As we see, what motivates an attack or who is attacked is part of what may determine the form memorialization of victims may take.  A further distinction is whether or not the attack takes place in Canada or overseas, and how what proportion of the victims are Canadians.[2]  Unfortunately, this important area of inquiry does not appear to have been addressed yet as a theme in the academic literature and, therefore, cannot be dealt with in a substantive manner in this report.

Although there many issues associated with victimization following terrorist events, trauma has been identified as among the most critical issues victims may face (Miller 2003; Updegraff et al. 2008). Issues particular to victims of terrorism under the broad spectrum of trauma include post-traumatic stress disorder, grief, and survivors’ guilt (Hill 2004). In addition to issues related to trauma, Shichor (2007) distinguishes the public response to victims of terrorism as an important area in victimological studies of victimization through terrorism. According to the author, victims of terrorism are more likely than other victims of crime to receive sympathy from the public.  In addition, Shichor (2007, 277) stipulates that victims of terrorism are also less likely to be stigmatized and labelled "weak" as a result of their victimization and are thereby free of the negative psychological effects associated with such a label.  Overall, there are many issues to consider when addressing the needs of victims of terrorism.  Memorializing these victims may be one way to address the issues related to their victimization; however, some consideration of the ways memorialization can be used to assist in the healing process is necessary, as well as the ways in which it may contribute to further traumatization and revictimization of victims. The discussions that follow shed some light on many of these issues.


Today, memorials occupy a permanent place in the landscape of many nations.  By definition, memorials have been described as spaces "invested with meaning" that are set aside to remember (Doka 2003, 186).  In devising a definition of the term "memorial," researchers have been keen on noting that care must be taken to avoid incorrectly using the term "memorial" in place of the term "monument" (Gough 2002).  According to Gough (2002), what differentiates the two terms is the intent of preserving and remembering that is accompanied with memorializing; while monuments usually project celebratory sentiments.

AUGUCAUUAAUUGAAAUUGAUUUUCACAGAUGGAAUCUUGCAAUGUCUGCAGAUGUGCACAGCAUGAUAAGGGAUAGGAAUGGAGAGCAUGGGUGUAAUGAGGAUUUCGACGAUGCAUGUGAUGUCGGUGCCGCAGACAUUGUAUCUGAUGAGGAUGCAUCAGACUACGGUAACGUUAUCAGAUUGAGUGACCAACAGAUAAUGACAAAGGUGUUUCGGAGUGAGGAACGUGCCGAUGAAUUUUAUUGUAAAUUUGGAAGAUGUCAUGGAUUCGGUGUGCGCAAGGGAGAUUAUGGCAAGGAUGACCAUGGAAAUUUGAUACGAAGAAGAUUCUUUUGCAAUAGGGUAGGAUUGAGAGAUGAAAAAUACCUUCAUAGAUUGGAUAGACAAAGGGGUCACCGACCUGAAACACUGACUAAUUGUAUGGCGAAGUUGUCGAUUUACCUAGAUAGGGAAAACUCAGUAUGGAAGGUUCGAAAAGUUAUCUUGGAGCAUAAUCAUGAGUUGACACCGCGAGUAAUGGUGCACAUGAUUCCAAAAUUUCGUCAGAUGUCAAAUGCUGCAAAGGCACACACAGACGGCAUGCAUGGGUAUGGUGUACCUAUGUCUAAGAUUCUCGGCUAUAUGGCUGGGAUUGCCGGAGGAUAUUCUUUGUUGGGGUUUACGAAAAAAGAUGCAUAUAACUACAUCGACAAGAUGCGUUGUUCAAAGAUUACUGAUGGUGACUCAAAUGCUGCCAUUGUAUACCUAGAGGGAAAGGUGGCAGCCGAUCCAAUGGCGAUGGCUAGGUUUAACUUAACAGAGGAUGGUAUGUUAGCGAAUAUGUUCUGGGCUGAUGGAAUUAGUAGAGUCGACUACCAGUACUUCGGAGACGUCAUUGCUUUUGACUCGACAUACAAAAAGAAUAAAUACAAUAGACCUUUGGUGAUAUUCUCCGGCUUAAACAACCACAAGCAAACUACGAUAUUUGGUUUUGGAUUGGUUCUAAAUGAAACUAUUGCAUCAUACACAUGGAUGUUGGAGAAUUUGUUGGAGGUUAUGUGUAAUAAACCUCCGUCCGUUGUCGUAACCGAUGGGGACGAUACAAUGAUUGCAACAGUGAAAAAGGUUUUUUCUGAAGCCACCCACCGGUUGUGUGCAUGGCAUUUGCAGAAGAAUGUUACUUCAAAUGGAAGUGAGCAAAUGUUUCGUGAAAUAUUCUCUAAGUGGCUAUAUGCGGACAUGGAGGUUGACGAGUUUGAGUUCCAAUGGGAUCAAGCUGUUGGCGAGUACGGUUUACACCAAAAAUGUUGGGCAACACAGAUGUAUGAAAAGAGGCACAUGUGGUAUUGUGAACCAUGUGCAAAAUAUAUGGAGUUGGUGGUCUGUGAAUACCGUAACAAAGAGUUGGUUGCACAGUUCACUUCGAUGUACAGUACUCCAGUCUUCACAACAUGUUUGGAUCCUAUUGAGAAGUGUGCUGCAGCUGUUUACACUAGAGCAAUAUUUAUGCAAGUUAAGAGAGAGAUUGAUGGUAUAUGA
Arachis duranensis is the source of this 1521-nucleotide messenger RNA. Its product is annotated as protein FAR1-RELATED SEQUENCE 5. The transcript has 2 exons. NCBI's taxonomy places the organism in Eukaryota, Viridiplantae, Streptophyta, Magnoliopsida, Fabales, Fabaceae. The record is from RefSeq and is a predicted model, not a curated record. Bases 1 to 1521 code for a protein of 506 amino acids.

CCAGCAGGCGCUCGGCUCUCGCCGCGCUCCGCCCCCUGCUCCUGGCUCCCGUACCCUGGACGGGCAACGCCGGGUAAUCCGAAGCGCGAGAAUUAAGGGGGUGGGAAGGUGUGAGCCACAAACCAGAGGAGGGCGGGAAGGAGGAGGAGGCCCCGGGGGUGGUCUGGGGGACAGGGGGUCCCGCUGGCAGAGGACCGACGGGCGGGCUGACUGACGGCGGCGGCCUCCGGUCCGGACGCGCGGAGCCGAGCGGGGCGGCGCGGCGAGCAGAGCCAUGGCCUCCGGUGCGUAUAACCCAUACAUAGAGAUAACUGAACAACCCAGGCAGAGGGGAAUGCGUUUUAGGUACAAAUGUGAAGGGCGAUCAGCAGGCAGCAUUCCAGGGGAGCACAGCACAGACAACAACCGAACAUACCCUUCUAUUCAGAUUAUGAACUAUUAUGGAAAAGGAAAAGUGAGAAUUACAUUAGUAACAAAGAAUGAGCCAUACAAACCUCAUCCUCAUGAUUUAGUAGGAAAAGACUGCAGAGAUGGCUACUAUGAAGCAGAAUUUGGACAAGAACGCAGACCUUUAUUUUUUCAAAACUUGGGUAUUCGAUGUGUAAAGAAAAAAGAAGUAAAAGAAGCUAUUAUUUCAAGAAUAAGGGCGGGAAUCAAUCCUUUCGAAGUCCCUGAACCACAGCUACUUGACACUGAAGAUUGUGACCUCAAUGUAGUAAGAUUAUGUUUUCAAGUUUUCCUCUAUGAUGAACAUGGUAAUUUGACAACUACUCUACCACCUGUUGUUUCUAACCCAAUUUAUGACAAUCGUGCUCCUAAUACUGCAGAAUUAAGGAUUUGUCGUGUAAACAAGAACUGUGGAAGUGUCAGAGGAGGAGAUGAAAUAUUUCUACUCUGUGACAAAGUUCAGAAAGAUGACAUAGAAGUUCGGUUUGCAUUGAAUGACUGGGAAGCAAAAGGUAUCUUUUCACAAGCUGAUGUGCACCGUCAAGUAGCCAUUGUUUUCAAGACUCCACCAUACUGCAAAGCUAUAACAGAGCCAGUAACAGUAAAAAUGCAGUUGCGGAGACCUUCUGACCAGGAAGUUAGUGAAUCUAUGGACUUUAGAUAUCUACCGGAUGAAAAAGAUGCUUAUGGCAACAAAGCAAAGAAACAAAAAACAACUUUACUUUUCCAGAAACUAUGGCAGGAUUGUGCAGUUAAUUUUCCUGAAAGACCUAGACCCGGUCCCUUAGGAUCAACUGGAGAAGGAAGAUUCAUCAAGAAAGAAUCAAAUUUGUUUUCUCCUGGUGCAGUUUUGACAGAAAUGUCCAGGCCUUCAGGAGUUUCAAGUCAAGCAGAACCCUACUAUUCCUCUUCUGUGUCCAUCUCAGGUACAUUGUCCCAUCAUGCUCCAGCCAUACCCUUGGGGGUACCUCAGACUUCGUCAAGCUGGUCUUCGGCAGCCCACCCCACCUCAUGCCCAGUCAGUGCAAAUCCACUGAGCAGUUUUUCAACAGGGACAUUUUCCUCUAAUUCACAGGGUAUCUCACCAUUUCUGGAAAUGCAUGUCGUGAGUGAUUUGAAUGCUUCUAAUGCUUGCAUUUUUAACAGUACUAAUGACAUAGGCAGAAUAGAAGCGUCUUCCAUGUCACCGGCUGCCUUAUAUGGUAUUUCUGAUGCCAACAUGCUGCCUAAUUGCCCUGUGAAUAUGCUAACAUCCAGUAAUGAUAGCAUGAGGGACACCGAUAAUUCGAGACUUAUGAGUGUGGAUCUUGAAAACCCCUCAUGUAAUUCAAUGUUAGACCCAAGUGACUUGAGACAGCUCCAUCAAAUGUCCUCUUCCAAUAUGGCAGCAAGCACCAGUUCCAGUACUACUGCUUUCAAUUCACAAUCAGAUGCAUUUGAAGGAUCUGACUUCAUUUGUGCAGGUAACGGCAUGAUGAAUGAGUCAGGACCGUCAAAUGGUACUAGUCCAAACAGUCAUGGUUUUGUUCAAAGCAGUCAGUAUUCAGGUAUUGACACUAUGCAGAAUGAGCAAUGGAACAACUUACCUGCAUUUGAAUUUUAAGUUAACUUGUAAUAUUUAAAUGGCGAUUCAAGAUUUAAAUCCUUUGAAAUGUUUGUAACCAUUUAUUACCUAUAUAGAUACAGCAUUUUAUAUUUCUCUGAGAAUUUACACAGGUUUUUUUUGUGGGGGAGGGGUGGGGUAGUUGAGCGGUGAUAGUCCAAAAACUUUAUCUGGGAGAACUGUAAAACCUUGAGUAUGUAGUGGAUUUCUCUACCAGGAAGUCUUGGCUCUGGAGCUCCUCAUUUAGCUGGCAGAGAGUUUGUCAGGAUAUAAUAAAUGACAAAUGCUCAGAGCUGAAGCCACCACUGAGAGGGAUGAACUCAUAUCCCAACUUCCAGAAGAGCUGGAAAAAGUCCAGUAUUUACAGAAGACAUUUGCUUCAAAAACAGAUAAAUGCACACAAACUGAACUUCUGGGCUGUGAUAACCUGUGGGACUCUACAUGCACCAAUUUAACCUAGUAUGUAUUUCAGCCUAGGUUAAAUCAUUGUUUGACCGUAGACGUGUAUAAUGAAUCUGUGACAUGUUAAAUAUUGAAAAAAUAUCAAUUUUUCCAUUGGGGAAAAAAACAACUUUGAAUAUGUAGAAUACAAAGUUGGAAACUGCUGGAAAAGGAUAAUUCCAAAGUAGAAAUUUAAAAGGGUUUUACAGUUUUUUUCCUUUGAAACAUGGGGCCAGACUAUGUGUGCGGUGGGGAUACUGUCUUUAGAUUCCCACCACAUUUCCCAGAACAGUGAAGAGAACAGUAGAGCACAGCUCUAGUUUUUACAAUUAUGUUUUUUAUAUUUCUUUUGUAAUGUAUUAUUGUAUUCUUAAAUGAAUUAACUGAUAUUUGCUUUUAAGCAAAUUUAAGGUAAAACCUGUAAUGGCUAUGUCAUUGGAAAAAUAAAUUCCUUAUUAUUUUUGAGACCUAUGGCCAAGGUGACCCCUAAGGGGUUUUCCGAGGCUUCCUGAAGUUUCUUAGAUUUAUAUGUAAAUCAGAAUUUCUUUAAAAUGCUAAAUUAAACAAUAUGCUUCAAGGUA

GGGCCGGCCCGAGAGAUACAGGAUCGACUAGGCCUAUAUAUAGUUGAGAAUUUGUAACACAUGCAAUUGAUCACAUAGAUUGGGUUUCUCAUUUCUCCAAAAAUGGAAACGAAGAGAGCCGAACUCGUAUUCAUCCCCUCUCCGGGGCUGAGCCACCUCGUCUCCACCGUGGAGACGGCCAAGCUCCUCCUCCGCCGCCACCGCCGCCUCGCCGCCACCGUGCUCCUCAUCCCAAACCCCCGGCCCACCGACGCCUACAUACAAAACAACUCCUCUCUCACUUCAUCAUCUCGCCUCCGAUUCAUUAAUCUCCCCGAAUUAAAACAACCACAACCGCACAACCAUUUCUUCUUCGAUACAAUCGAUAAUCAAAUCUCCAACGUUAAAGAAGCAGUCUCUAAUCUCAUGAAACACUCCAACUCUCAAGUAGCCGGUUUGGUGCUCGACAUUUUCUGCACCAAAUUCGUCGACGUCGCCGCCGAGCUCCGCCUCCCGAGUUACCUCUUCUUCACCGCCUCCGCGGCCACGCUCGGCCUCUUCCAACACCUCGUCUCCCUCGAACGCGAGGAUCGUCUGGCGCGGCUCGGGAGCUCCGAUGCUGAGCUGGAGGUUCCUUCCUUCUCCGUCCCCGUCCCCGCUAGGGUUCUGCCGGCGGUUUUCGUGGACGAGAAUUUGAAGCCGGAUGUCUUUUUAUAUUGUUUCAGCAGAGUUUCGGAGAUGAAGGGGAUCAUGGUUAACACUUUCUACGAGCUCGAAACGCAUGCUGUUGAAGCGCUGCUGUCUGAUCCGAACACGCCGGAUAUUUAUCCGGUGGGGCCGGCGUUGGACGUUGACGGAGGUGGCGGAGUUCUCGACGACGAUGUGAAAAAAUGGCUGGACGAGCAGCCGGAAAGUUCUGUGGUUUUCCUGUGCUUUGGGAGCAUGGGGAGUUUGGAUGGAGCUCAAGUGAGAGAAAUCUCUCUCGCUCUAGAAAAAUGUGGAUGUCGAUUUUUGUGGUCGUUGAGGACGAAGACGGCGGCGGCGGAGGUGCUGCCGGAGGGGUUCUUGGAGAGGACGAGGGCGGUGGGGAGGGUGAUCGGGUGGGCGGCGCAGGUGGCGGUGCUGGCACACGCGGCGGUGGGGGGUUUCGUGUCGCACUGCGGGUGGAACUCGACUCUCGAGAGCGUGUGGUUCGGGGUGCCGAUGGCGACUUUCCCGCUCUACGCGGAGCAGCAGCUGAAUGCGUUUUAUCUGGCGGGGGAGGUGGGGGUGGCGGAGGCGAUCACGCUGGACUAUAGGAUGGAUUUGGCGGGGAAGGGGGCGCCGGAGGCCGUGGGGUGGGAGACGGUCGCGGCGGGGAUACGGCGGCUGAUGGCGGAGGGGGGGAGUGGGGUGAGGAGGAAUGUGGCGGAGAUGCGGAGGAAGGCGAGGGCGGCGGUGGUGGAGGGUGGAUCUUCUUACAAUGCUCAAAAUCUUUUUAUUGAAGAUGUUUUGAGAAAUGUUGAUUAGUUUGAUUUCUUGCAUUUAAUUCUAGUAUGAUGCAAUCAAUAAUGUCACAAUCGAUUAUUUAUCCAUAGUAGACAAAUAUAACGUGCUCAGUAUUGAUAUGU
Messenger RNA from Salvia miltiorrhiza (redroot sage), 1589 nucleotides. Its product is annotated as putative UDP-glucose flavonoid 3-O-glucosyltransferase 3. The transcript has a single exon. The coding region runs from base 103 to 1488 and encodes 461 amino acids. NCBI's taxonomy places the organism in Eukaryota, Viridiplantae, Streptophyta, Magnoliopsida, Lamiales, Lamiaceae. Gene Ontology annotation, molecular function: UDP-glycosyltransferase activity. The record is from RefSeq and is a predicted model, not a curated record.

As a process, memorializing is marked by activities and actions done to mourn and remember people, places and things of importance in society.  As Foot et al. (2006, 72) note, these practices provide the opportunity for people to "celebrate the lives of those who died, to mourn their passing, and to inscribe memories of the deceased in the public consciousness."

In terms of research, it should be noted that most of the academic literature on memorialization and remembrance largely focuses on the positive impact of memorializing events for individuals that have been victimized.  For the most part, the academic literature does not empirically examine the wider social effect that memorializing can have on social attitudes or on public policy.  However, there is some evidence that memorialization can also have negative social consequences.  For instance, as social psychologists have demonstrated, remembering the historical victimization of one’s own social group makes an individual less concerned by the harmful actions their own group may inflict on others (Wohl and Branscombe 2008).  This is particularly true for those social groups identified as being responsible for the victimization.